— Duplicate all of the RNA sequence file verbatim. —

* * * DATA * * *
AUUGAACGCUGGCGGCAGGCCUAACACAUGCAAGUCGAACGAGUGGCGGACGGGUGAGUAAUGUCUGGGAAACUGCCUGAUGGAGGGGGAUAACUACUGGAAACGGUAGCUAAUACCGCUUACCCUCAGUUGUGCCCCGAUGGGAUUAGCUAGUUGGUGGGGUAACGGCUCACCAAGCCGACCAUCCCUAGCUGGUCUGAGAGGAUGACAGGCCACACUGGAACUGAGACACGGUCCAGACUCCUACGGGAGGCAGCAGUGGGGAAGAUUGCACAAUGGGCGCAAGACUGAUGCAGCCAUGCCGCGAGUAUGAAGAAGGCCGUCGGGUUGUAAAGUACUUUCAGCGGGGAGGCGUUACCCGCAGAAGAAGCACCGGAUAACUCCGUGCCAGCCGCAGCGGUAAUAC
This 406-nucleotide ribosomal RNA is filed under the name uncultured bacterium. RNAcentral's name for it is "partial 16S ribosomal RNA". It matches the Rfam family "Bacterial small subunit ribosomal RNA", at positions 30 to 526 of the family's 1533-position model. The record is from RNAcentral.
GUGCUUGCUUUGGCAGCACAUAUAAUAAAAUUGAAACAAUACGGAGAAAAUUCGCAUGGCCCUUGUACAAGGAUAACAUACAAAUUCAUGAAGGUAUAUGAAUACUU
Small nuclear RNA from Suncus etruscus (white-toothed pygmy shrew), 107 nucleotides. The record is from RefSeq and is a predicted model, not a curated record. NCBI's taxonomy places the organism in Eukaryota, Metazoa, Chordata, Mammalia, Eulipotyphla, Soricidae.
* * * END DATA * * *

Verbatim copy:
AUUGAACGCUGGCGGCAGGCCUAACACAUGCAAGUCGAACGAGUGGCGGACGGGUGAGUAAUGUCUGGGAAACUGCCUGAUGGAGGGGGAUAACUACUGGAAACGGUAGCUAAUACCGCUUACCCUCAGUUGUGCCCCGAUGGGAUUAGCUAGUUGGUGGGGUAACGGCUCACCAAGCCGACCAUCCCUAGCUGGUCUGAGAGGAUGACAGGCCACACUGGAACUGAGACACGGUCCAGACUCCUACGGGAGGCAGCAGUGGGGAAGAUUGCACAAUGGGCGCAAGACUGAUGCAGCCAUGCCGCGAGUAUGAAGAAGGCCGUCGGGUUGUAAAGUACUUUCAGCGGGGAGGCGUUACCCGCAGAAGAAGCACCGGAUAACUCCGUGCCAGCCGCAGCGGUAAUAC
This 406-nucleotide ribosomal RNA is filed under the name uncultured bacterium. RNAcentral's name for it is "partial 16S ribosomal RNA". It matches the Rfam family "Bacterial small subunit ribosomal RNA", at positions 30 to 526 of the family's 1533-position model. The record is from RNAcentral.
GUGCUUGCUUUGGCAGCACAUAUAAUAAAAUUGAAACAAUACGGAGAAAAUUCGCAUGGCCCUUGUACAAGGAUAACAUACAAAUUCAUGAAGGUAUAUGAAUACUU
Small nuclear RNA from Suncus etruscus (white-toothed pygmy shrew), 107 nucleotides. The record is from RefSeq and is a predicted model, not a curated record. NCBI's taxonomy places the organism in Eukaryota, Metazoa, Chordata, Mammalia, Eulipotyphla, Soricidae.